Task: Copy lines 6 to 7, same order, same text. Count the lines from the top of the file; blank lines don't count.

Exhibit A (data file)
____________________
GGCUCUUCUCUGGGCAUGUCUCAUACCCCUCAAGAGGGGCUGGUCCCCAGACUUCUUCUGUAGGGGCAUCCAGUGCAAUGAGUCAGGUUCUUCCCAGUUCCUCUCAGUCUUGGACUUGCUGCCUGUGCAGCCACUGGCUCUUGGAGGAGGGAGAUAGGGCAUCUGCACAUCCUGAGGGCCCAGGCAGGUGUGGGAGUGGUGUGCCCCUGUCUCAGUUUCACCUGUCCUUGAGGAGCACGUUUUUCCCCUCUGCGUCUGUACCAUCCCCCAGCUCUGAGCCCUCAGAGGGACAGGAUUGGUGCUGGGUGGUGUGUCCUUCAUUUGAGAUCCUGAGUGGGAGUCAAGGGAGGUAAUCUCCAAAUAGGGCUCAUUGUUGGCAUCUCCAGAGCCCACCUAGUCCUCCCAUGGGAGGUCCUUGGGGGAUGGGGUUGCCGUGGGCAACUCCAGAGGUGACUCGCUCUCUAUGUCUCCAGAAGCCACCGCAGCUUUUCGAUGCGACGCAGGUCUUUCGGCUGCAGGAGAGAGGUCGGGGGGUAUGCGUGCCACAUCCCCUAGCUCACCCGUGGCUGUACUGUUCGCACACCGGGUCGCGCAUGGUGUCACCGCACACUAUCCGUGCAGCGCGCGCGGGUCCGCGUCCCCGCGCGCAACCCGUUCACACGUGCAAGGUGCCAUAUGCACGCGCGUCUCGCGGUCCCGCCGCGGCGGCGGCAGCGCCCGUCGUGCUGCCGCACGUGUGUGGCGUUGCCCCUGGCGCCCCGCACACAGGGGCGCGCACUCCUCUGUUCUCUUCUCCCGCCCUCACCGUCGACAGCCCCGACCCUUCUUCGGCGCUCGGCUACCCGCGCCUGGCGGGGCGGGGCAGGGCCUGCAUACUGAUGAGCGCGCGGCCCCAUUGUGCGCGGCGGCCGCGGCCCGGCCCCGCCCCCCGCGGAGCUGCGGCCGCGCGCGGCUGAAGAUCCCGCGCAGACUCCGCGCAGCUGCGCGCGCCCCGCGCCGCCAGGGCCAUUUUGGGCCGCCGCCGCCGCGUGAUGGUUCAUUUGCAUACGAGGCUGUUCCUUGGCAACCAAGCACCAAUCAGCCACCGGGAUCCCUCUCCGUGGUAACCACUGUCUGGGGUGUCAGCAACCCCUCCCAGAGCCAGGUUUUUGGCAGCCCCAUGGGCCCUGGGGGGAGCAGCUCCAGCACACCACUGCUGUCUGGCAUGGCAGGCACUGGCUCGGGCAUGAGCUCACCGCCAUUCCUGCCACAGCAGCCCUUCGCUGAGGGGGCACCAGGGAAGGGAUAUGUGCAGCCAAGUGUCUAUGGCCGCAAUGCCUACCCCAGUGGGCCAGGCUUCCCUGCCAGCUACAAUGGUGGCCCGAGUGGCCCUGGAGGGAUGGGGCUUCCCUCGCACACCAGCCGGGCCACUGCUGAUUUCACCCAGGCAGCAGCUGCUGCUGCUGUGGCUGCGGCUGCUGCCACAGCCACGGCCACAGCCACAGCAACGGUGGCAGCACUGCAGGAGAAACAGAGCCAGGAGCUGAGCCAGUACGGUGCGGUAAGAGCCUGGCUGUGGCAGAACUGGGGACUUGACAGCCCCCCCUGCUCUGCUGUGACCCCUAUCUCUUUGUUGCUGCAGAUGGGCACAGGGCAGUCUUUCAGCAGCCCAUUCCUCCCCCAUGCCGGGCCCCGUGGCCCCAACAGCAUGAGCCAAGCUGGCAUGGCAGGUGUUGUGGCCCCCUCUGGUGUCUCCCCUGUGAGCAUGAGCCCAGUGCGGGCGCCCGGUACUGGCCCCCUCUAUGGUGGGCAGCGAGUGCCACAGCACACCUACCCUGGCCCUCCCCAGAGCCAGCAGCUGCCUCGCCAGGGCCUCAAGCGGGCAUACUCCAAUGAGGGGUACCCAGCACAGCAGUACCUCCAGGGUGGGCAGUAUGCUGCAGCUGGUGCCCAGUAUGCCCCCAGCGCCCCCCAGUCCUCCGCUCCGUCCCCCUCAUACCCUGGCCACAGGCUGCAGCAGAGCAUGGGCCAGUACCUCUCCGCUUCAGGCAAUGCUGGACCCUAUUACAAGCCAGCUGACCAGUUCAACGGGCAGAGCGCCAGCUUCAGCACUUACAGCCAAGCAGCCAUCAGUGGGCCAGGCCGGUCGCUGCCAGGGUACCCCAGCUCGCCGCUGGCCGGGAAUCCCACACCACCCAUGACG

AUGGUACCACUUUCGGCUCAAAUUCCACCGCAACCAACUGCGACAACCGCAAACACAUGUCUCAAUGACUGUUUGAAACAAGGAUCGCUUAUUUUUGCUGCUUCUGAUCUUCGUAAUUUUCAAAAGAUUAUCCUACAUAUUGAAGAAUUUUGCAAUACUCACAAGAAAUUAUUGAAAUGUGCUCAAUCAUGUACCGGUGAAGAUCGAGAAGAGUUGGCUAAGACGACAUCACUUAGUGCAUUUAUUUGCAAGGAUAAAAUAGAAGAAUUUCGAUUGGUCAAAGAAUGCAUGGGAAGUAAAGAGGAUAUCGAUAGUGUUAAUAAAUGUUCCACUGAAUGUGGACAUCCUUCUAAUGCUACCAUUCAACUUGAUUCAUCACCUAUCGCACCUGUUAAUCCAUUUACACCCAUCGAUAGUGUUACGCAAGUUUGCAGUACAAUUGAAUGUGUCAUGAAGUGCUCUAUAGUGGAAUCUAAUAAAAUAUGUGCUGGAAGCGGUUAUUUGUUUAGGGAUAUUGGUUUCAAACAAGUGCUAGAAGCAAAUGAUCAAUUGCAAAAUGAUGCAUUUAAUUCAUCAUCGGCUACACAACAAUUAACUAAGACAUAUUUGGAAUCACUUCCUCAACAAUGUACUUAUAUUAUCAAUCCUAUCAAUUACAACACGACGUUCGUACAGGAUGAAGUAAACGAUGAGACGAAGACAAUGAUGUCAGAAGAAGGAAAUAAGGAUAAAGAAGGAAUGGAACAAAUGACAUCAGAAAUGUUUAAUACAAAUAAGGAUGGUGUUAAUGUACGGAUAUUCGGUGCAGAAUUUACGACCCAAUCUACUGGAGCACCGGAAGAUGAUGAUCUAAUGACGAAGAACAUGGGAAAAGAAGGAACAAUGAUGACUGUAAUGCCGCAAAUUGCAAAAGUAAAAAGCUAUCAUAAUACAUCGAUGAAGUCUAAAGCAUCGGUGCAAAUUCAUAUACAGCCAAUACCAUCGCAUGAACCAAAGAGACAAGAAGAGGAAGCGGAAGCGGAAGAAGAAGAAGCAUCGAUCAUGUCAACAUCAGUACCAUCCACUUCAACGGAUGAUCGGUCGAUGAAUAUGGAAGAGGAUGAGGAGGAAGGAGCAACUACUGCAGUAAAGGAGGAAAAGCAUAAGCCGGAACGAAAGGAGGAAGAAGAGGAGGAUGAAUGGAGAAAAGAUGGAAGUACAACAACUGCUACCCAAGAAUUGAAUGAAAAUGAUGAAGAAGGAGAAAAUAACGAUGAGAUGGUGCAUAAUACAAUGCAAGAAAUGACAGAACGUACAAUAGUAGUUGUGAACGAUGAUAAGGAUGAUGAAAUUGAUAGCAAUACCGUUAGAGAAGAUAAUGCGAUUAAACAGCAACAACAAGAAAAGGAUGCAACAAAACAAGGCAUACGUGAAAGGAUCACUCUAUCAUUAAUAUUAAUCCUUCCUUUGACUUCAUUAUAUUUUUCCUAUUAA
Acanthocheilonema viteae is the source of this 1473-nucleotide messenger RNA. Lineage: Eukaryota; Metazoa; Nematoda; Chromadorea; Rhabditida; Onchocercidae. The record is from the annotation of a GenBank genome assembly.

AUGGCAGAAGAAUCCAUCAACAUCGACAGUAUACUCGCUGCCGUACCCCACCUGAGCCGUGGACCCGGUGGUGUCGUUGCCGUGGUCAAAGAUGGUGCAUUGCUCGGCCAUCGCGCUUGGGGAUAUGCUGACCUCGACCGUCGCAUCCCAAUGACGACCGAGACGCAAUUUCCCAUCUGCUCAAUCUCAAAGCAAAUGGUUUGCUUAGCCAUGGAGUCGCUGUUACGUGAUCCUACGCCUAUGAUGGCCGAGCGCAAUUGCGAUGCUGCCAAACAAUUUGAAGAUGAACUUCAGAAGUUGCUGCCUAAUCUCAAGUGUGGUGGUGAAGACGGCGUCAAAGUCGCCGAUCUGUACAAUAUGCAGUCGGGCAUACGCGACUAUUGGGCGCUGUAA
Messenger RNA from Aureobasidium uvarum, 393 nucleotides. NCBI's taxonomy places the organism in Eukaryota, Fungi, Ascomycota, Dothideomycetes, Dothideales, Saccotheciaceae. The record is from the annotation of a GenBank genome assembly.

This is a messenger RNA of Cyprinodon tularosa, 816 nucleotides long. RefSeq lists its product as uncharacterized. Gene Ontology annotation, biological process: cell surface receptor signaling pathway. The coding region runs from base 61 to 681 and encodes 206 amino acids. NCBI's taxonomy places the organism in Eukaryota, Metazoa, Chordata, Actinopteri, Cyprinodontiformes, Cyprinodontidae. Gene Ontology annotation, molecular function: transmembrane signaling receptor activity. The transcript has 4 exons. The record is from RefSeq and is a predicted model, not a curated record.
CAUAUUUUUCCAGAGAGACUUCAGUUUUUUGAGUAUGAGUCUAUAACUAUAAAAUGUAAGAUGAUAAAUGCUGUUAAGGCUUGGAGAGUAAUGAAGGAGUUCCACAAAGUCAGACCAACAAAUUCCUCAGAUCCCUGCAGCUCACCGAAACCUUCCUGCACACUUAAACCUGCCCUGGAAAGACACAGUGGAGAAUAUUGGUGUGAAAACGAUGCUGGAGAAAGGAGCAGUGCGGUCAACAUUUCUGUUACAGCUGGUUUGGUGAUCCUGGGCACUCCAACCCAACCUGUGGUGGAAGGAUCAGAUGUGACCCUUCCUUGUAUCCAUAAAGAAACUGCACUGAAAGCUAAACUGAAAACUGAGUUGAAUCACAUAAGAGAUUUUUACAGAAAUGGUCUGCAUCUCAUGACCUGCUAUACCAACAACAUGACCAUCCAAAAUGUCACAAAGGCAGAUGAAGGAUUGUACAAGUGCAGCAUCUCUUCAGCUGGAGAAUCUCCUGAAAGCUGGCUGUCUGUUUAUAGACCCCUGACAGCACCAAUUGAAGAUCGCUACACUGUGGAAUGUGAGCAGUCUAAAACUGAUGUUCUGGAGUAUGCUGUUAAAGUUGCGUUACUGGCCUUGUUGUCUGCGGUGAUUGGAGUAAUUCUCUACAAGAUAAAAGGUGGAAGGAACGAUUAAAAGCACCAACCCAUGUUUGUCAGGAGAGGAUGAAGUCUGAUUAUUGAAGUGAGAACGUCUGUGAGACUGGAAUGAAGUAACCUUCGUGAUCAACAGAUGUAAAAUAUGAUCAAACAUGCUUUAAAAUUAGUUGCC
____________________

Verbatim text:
This is a messenger RNA of Cyprinodon tularosa, 816 nucleotides long. RefSeq lists its product as uncharacterized. Gene Ontology annotation, biological process: cell surface receptor signaling pathway. The coding region runs from base 61 to 681 and encodes 206 amino acids. NCBI's taxonomy places the organism in Eukaryota, Metazoa, Chordata, Actinopteri, Cyprinodontiformes, Cyprinodontidae. Gene Ontology annotation, molecular function: transmembrane signaling receptor activity. The transcript has 4 exons. The record is from RefSeq and is a predicted model, not a curated record.
CAUAUUUUUCCAGAGAGACUUCAGUUUUUUGAGUAUGAGUCUAUAACUAUAAAAUGUAAGAUGAUAAAUGCUGUUAAGGCUUGGAGAGUAAUGAAGGAGUUCCACAAAGUCAGACCAACAAAUUCCUCAGAUCCCUGCAGCUCACCGAAACCUUCCUGCACACUUAAACCUGCCCUGGAAAGACACAGUGGAGAAUAUUGGUGUGAAAACGAUGCUGGAGAAAGGAGCAGUGCGGUCAACAUUUCUGUUACAGCUGGUUUGGUGAUCCUGGGCACUCCAACCCAACCUGUGGUGGAAGGAUCAGAUGUGACCCUUCCUUGUAUCCAUAAAGAAACUGCACUGAAAGCUAAACUGAAAACUGAGUUGAAUCACAUAAGAGAUUUUUACAGAAAUGGUCUGCAUCUCAUGACCUGCUAUACCAACAACAUGACCAUCCAAAAUGUCACAAAGGCAGAUGAAGGAUUGUACAAGUGCAGCAUCUCUUCAGCUGGAGAAUCUCCUGAAAGCUGGCUGUCUGUUUAUAGACCCCUGACAGCACCAAUUGAAGAUCGCUACACUGUGGAAUGUGAGCAGUCUAAAACUGAUGUUCUGGAGUAUGCUGUUAAAGUUGCGUUACUGGCCUUGUUGUCUGCGGUGAUUGGAGUAAUUCUCUACAAGAUAAAAGGUGGAAGGAACGAUUAAAAGCACCAACCCAUGUUUGUCAGGAGAGGAUGAAGUCUGAUUAUUGAAGUGAGAACGUCUGUGAGACUGGAAUGAAGUAACCUUCGUGAUCAACAGAUGUAAAAUAUGAUCAAACAUGCUUUAAAAUUAGUUGCC